Concomitant idiopathic pulmonary fibrosis (IPF) may be a predictor of poor survival in patients with lung cancer, according to a study published in PLOS One.
Studies have shown that lung cancer carries a high mortality rate, despite medical advancements in diagnostic and therapeutic strategies. Previous studies have suggested that IPF is a risk factor for lung cancer and that it also negatively impacts the clinical outcomes of patients with lung cancer.
Some scientists regard IPF as a “tumor-like disease” and it does not come as a surprise that the 2 diseases have been linked. However, Wang et al noted that a meta-analysis of the medical literature on IPF and lung cancer has not been performed yet. Thus, they decided to conduct one to study the impact of concomitant IPF on patients with lung cancer.
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Among the inclusion criteria, all the patients evaluated must have been diagnosed with lung cancer. The outcomes reported must have included overall survival rates and hazard ratios, with corresponding statistical analyses.
The research team initially found 60 potentially eligible studies and reduced that number to 12 after conducting a quality analysis. These 12 studies included 58,424 patients with lung cancer.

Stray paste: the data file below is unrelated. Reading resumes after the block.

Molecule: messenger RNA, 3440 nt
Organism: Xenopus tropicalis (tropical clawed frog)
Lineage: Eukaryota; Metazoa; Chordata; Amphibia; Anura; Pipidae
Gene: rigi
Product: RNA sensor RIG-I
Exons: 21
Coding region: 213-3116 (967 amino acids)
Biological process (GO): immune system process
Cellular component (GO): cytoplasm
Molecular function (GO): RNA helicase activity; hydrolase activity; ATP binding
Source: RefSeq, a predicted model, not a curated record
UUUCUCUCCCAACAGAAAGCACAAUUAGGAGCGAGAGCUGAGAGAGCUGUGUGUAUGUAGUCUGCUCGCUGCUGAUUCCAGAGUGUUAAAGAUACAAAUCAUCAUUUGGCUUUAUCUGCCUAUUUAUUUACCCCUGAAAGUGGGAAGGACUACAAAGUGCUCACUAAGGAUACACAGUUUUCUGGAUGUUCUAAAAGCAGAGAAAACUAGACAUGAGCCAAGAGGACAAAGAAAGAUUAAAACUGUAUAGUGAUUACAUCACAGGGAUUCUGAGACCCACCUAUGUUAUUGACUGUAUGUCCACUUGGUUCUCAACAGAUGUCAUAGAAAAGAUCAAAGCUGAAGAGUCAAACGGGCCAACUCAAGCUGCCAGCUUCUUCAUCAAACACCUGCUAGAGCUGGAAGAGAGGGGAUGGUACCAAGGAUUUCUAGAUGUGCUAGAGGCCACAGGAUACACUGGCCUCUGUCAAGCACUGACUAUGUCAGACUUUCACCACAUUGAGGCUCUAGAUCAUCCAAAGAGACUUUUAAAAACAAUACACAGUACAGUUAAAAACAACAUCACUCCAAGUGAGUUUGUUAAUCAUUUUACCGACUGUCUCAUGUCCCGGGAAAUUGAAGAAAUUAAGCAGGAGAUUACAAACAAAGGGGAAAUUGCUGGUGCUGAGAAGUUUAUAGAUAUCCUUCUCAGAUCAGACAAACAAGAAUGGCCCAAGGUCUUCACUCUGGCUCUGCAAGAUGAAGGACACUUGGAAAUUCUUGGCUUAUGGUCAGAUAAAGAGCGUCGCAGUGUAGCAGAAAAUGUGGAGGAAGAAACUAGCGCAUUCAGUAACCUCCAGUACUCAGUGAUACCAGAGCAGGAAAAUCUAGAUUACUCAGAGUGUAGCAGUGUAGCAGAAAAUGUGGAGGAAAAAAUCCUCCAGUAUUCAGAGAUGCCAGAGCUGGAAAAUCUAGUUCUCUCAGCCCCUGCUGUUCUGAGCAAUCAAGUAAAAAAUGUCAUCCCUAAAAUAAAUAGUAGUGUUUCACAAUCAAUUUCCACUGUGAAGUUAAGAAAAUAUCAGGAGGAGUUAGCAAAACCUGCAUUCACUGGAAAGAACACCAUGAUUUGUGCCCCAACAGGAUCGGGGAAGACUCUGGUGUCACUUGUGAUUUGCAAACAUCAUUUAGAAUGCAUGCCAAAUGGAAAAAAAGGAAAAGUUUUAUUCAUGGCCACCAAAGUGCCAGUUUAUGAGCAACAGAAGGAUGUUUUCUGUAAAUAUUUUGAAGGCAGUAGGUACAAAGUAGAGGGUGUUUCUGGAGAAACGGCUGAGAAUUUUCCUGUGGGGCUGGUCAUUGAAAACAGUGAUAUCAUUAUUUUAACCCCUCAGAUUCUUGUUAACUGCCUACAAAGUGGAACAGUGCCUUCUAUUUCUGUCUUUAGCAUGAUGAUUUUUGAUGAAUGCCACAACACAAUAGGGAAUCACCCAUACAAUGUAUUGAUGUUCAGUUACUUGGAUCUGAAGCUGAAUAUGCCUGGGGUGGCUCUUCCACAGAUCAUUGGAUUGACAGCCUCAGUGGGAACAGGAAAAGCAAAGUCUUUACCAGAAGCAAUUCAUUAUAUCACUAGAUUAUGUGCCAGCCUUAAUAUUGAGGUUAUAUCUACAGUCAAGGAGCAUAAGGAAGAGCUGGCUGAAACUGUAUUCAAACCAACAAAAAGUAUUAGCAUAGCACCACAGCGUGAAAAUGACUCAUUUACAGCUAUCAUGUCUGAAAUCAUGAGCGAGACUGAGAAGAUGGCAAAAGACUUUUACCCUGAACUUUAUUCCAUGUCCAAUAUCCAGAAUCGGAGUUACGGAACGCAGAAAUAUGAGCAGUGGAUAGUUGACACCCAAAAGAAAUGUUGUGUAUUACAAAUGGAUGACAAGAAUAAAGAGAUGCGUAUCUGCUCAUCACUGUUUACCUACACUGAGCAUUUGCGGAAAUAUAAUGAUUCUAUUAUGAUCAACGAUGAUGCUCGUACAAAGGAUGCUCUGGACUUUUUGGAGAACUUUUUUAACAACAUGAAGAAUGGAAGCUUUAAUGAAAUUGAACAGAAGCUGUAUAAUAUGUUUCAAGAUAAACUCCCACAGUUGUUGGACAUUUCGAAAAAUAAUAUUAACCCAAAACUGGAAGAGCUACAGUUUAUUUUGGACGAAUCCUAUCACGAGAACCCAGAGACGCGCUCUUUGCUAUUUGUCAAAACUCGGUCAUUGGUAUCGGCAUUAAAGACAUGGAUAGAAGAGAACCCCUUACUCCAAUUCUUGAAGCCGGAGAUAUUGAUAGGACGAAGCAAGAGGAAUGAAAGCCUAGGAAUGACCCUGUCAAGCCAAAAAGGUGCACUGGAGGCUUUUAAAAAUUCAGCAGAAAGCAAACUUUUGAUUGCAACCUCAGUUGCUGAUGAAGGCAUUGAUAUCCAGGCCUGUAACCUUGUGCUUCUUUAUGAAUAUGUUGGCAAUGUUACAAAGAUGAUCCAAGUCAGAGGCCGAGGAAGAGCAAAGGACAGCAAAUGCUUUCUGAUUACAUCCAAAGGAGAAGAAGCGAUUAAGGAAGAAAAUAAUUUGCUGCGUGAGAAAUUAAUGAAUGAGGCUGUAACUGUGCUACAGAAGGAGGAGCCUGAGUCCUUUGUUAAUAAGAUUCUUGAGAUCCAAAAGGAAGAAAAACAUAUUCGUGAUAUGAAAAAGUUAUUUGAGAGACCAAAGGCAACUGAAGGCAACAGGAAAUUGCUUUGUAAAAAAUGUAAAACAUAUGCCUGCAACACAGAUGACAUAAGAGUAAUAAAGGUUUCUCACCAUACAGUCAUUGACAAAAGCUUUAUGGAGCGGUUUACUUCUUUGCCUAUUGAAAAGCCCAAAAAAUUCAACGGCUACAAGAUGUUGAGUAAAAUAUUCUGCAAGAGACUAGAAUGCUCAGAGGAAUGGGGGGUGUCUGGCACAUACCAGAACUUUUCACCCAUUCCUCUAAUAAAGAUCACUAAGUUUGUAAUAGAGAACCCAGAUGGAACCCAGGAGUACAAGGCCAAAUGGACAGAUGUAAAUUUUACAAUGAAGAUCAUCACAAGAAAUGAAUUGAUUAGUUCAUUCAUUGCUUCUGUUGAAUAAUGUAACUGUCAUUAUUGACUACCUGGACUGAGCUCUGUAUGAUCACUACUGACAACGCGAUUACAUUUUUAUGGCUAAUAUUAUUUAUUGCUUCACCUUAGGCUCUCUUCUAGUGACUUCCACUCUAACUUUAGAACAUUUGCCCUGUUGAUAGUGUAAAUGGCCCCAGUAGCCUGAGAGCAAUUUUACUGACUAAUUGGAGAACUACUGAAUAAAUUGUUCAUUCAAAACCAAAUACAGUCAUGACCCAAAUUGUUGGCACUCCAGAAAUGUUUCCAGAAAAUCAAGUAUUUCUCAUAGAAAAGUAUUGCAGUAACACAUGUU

By analyzing the data from these clinical studies, a clear pattern emerged: concomitant IPF was correlated with a poorer prognosis for patients with lung cancer. The results were robust even after sensitivity analysis was performed.
“Previous studies suggested that IPF and cancer are similar and multiple pathological processes were involved, for instance, genetic or epigenetic alterations and abnormal cell phenotypes like proliferation and apoptosis exist in both IPF and cancer,” the researchers concluded.
Wang H, Yang R, Jin J, Wang Z, Li W. Impact of concomitant idiopathic pulmonary fibrosis on prognosis in lung cancer patients: a meta-analysis. PLOS One. Published online November 12, 2021. doi:10.1371/journal.pone.0259784